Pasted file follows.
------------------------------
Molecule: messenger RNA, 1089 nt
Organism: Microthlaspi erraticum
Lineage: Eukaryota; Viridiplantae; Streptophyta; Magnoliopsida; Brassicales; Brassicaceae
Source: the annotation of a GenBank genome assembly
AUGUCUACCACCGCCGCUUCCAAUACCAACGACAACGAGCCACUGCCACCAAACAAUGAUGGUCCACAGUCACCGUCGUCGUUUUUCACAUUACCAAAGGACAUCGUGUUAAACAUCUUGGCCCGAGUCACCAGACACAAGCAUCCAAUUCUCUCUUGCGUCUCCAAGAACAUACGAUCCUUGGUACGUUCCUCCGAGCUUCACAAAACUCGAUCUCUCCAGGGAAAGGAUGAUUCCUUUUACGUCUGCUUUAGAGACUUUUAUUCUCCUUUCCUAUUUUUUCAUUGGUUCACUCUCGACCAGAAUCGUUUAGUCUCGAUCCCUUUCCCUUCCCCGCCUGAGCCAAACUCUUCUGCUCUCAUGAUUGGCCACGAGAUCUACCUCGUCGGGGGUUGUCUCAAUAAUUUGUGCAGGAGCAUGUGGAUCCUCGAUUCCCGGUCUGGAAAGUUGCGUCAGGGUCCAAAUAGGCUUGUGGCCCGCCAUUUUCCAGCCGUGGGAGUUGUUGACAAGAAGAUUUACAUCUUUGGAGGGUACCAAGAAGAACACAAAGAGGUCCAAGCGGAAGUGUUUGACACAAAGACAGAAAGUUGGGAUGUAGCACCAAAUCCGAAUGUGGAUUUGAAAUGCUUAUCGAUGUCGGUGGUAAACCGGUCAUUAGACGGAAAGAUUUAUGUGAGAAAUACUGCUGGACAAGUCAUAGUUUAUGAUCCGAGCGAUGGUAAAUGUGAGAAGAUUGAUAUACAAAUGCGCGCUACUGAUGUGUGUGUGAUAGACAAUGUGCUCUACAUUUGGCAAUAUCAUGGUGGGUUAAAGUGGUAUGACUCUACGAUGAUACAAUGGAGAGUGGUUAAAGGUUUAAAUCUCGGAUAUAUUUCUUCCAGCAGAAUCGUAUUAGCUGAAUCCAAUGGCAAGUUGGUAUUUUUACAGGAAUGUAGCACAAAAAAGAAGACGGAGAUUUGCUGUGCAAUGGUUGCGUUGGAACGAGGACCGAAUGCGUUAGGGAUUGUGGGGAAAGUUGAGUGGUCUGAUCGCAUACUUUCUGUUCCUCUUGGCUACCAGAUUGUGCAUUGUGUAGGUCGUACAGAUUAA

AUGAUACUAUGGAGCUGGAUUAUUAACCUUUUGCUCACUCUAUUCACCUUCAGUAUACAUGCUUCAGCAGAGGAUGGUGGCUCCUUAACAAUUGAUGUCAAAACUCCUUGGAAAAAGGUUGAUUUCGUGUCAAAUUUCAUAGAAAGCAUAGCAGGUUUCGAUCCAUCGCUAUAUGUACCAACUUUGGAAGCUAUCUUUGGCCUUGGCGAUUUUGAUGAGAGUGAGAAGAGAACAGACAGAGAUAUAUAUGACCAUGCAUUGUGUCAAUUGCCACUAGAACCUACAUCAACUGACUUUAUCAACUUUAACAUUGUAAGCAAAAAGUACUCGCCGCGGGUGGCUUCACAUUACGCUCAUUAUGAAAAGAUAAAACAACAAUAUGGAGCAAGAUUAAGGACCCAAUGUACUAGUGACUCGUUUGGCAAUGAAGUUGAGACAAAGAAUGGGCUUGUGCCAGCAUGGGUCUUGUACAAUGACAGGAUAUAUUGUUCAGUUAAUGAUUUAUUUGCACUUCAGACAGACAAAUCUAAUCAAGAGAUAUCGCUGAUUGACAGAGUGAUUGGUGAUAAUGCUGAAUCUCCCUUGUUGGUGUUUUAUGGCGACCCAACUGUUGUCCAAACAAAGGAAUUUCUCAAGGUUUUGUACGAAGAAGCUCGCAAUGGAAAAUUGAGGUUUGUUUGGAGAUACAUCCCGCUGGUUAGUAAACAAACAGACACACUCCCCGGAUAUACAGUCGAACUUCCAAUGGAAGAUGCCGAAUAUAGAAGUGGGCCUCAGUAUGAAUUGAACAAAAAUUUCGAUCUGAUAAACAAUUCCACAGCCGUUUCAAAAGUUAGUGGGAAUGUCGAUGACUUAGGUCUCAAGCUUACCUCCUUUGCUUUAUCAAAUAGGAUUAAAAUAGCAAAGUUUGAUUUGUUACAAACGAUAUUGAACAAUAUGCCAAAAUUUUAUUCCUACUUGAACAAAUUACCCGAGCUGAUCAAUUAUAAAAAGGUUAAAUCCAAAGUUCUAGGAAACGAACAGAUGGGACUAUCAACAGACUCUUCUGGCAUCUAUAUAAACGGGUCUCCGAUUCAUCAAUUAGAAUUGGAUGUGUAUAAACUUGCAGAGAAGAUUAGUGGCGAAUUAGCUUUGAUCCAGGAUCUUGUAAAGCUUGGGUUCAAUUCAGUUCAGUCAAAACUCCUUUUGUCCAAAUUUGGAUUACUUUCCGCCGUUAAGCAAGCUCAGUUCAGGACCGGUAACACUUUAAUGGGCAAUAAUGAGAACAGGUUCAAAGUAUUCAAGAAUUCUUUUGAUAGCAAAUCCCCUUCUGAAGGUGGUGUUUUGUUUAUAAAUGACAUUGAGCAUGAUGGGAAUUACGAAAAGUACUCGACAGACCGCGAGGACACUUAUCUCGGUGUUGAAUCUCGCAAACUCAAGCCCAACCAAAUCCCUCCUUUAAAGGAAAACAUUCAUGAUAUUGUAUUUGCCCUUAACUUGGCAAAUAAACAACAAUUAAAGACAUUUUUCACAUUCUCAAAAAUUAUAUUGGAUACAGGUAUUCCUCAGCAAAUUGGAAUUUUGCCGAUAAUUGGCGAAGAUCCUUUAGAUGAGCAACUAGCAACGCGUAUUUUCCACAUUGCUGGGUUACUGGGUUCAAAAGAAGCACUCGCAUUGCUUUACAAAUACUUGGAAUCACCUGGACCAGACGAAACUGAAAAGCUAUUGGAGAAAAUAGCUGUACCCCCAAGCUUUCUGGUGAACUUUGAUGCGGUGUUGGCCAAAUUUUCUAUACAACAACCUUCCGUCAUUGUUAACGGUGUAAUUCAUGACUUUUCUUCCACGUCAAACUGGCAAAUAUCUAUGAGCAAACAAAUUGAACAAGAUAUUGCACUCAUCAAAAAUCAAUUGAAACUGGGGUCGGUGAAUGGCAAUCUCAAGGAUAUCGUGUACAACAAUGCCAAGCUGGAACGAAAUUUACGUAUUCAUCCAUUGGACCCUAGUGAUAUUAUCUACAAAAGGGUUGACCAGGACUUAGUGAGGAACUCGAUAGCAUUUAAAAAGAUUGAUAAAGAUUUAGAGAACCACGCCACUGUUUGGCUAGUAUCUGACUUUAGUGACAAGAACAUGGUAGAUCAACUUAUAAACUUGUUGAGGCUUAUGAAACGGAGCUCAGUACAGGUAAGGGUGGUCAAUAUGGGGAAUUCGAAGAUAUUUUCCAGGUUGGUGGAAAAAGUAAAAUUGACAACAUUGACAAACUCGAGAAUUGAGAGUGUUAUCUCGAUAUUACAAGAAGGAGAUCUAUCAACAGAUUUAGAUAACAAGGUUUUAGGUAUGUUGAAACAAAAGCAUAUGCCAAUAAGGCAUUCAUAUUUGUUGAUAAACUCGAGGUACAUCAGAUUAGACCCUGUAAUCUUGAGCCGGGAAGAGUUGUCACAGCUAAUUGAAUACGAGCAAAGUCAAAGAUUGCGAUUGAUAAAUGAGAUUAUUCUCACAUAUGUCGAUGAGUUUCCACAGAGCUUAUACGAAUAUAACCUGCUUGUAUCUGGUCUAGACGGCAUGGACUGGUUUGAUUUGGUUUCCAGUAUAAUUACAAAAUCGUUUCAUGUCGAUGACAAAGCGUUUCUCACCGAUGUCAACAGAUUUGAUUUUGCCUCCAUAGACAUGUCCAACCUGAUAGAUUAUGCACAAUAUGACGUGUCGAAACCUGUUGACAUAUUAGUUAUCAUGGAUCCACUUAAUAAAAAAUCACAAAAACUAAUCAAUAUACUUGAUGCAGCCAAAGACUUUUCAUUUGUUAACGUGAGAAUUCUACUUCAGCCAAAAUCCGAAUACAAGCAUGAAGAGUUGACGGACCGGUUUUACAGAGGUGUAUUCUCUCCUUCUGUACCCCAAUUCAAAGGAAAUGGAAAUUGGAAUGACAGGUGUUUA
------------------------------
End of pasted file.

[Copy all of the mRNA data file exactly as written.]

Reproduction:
Molecule: messenger RNA, 1089 nt
Organism: Microthlaspi erraticum
Lineage: Eukaryota; Viridiplantae; Streptophyta; Magnoliopsida; Brassicales; Brassicaceae
Source: the annotation of a GenBank genome assembly
AUGUCUACCACCGCCGCUUCCAAUACCAACGACAACGAGCCACUGCCACCAAACAAUGAUGGUCCACAGUCACCGUCGUCGUUUUUCACAUUACCAAAGGACAUCGUGUUAAACAUCUUGGCCCGAGUCACCAGACACAAGCAUCCAAUUCUCUCUUGCGUCUCCAAGAACAUACGAUCCUUGGUACGUUCCUCCGAGCUUCACAAAACUCGAUCUCUCCAGGGAAAGGAUGAUUCCUUUUACGUCUGCUUUAGAGACUUUUAUUCUCCUUUCCUAUUUUUUCAUUGGUUCACUCUCGACCAGAAUCGUUUAGUCUCGAUCCCUUUCCCUUCCCCGCCUGAGCCAAACUCUUCUGCUCUCAUGAUUGGCCACGAGAUCUACCUCGUCGGGGGUUGUCUCAAUAAUUUGUGCAGGAGCAUGUGGAUCCUCGAUUCCCGGUCUGGAAAGUUGCGUCAGGGUCCAAAUAGGCUUGUGGCCCGCCAUUUUCCAGCCGUGGGAGUUGUUGACAAGAAGAUUUACAUCUUUGGAGGGUACCAAGAAGAACACAAAGAGGUCCAAGCGGAAGUGUUUGACACAAAGACAGAAAGUUGGGAUGUAGCACCAAAUCCGAAUGUGGAUUUGAAAUGCUUAUCGAUGUCGGUGGUAAACCGGUCAUUAGACGGAAAGAUUUAUGUGAGAAAUACUGCUGGACAAGUCAUAGUUUAUGAUCCGAGCGAUGGUAAAUGUGAGAAGAUUGAUAUACAAAUGCGCGCUACUGAUGUGUGUGUGAUAGACAAUGUGCUCUACAUUUGGCAAUAUCAUGGUGGGUUAAAGUGGUAUGACUCUACGAUGAUACAAUGGAGAGUGGUUAAAGGUUUAAAUCUCGGAUAUAUUUCUUCCAGCAGAAUCGUAUUAGCUGAAUCCAAUGGCAAGUUGGUAUUUUUACAGGAAUGUAGCACAAAAAAGAAGACGGAGAUUUGCUGUGCAAUGGUUGCGUUGGAACGAGGACCGAAUGCGUUAGGGAUUGUGGGGAAAGUUGAGUGGUCUGAUCGCAUACUUUCUGUUCCUCUUGGCUACCAGAUUGUGCAUUGUGUAGGUCGUACAGAUUAA

AUGAUACUAUGGAGCUGGAUUAUUAACCUUUUGCUCACUCUAUUCACCUUCAGUAUACAUGCUUCAGCAGAGGAUGGUGGCUCCUUAACAAUUGAUGUCAAAACUCCUUGGAAAAAGGUUGAUUUCGUGUCAAAUUUCAUAGAAAGCAUAGCAGGUUUCGAUCCAUCGCUAUAUGUACCAACUUUGGAAGCUAUCUUUGGCCUUGGCGAUUUUGAUGAGAGUGAGAAGAGAACAGACAGAGAUAUAUAUGACCAUGCAUUGUGUCAAUUGCCACUAGAACCUACAUCAACUGACUUUAUCAACUUUAACAUUGUAAGCAAAAAGUACUCGCCGCGGGUGGCUUCACAUUACGCUCAUUAUGAAAAGAUAAAACAACAAUAUGGAGCAAGAUUAAGGACCCAAUGUACUAGUGACUCGUUUGGCAAUGAAGUUGAGACAAAGAAUGGGCUUGUGCCAGCAUGGGUCUUGUACAAUGACAGGAUAUAUUGUUCAGUUAAUGAUUUAUUUGCACUUCAGACAGACAAAUCUAAUCAAGAGAUAUCGCUGAUUGACAGAGUGAUUGGUGAUAAUGCUGAAUCUCCCUUGUUGGUGUUUUAUGGCGACCCAACUGUUGUCCAAACAAAGGAAUUUCUCAAGGUUUUGUACGAAGAAGCUCGCAAUGGAAAAUUGAGGUUUGUUUGGAGAUACAUCCCGCUGGUUAGUAAACAAACAGACACACUCCCCGGAUAUACAGUCGAACUUCCAAUGGAAGAUGCCGAAUAUAGAAGUGGGCCUCAGUAUGAAUUGAACAAAAAUUUCGAUCUGAUAAACAAUUCCACAGCCGUUUCAAAAGUUAGUGGGAAUGUCGAUGACUUAGGUCUCAAGCUUACCUCCUUUGCUUUAUCAAAUAGGAUUAAAAUAGCAAAGUUUGAUUUGUUACAAACGAUAUUGAACAAUAUGCCAAAAUUUUAUUCCUACUUGAACAAAUUACCCGAGCUGAUCAAUUAUAAAAAGGUUAAAUCCAAAGUUCUAGGAAACGAACAGAUGGGACUAUCAACAGACUCUUCUGGCAUCUAUAUAAACGGGUCUCCGAUUCAUCAAUUAGAAUUGGAUGUGUAUAAACUUGCAGAGAAGAUUAGUGGCGAAUUAGCUUUGAUCCAGGAUCUUGUAAAGCUUGGGUUCAAUUCAGUUCAGUCAAAACUCCUUUUGUCCAAAUUUGGAUUACUUUCCGCCGUUAAGCAAGCUCAGUUCAGGACCGGUAACACUUUAAUGGGCAAUAAUGAGAACAGGUUCAAAGUAUUCAAGAAUUCUUUUGAUAGCAAAUCCCCUUCUGAAGGUGGUGUUUUGUUUAUAAAUGACAUUGAGCAUGAUGGGAAUUACGAAAAGUACUCGACAGACCGCGAGGACACUUAUCUCGGUGUUGAAUCUCGCAAACUCAAGCCCAACCAAAUCCCUCCUUUAAAGGAAAACAUUCAUGAUAUUGUAUUUGCCCUUAACUUGGCAAAUAAACAACAAUUAAAGACAUUUUUCACAUUCUCAAAAAUUAUAUUGGAUACAGGUAUUCCUCAGCAAAUUGGAAUUUUGCCGAUAAUUGGCGAAGAUCCUUUAGAUGAGCAACUAGCAACGCGUAUUUUCCACAUUGCUGGGUUACUGGGUUCAAAAGAAGCACUCGCAUUGCUUUACAAAUACUUGGAAUCACCUGGACCAGACGAAACUGAAAAGCUAUUGGAGAAAAUAGCUGUACCCCCAAGCUUUCUGGUGAACUUUGAUGCGGUGUUGGCCAAAUUUUCUAUACAACAACCUUCCGUCAUUGUUAACGGUGUAAUUCAUGACUUUUCUUCCACGUCAAACUGGCAAAUAUCUAUGAGCAAACAAAUUGAACAAGAUAUUGCACUCAUCAAAAAUCAAUUGAAACUGGGGUCGGUGAAUGGCAAUCUCAAGGAUAUCGUGUACAACAAUGCCAAGCUGGAACGAAAUUUACGUAUUCAUCCAUUGGACCCUAGUGAUAUUAUCUACAAAAGGGUUGACCAGGACUUAGUGAGGAACUCGAUAGCAUUUAAAAAGAUUGAUAAAGAUUUAGAGAACCACGCCACUGUUUGGCUAGUAUCUGACUUUAGUGACAAGAACAUGGUAGAUCAACUUAUAAACUUGUUGAGGCUUAUGAAACGGAGCUCAGUACAGGUAAGGGUGGUCAAUAUGGGGAAUUCGAAGAUAUUUUCCAGGUUGGUGGAAAAAGUAAAAUUGACAACAUUGACAAACUCGAGAAUUGAGAGUGUUAUCUCGAUAUUACAAGAAGGAGAUCUAUCAACAGAUUUAGAUAACAAGGUUUUAGGUAUGUUGAAACAAAAGCAUAUGCCAAUAAGGCAUUCAUAUUUGUUGAUAAACUCGAGGUACAUCAGAUUAGACCCUGUAAUCUUGAGCCGGGAAGAGUUGUCACAGCUAAUUGAAUACGAGCAAAGUCAAAGAUUGCGAUUGAUAAAUGAGAUUAUUCUCACAUAUGUCGAUGAGUUUCCACAGAGCUUAUACGAAUAUAACCUGCUUGUAUCUGGUCUAGACGGCAUGGACUGGUUUGAUUUGGUUUCCAGUAUAAUUACAAAAUCGUUUCAUGUCGAUGACAAAGCGUUUCUCACCGAUGUCAACAGAUUUGAUUUUGCCUCCAUAGACAUGUCCAACCUGAUAGAUUAUGCACAAUAUGACGUGUCGAAACCUGUUGACAUAUUAGUUAUCAUGGAUCCACUUAAUAAAAAAUCACAAAAACUAAUCAAUAUACUUGAUGCAGCCAAAGACUUUUCAUUUGUUAACGUGAGAAUUCUACUUCAGCCAAAAUCCGAAUACAAGCAUGAAGAGUUGACGGACCGGUUUUACAGAGGUGUAUUCUCUCCUUCUGUACCCCAAUUCAAAGGAAAUGGAAAUUGGAAUGACAGGUGUUUA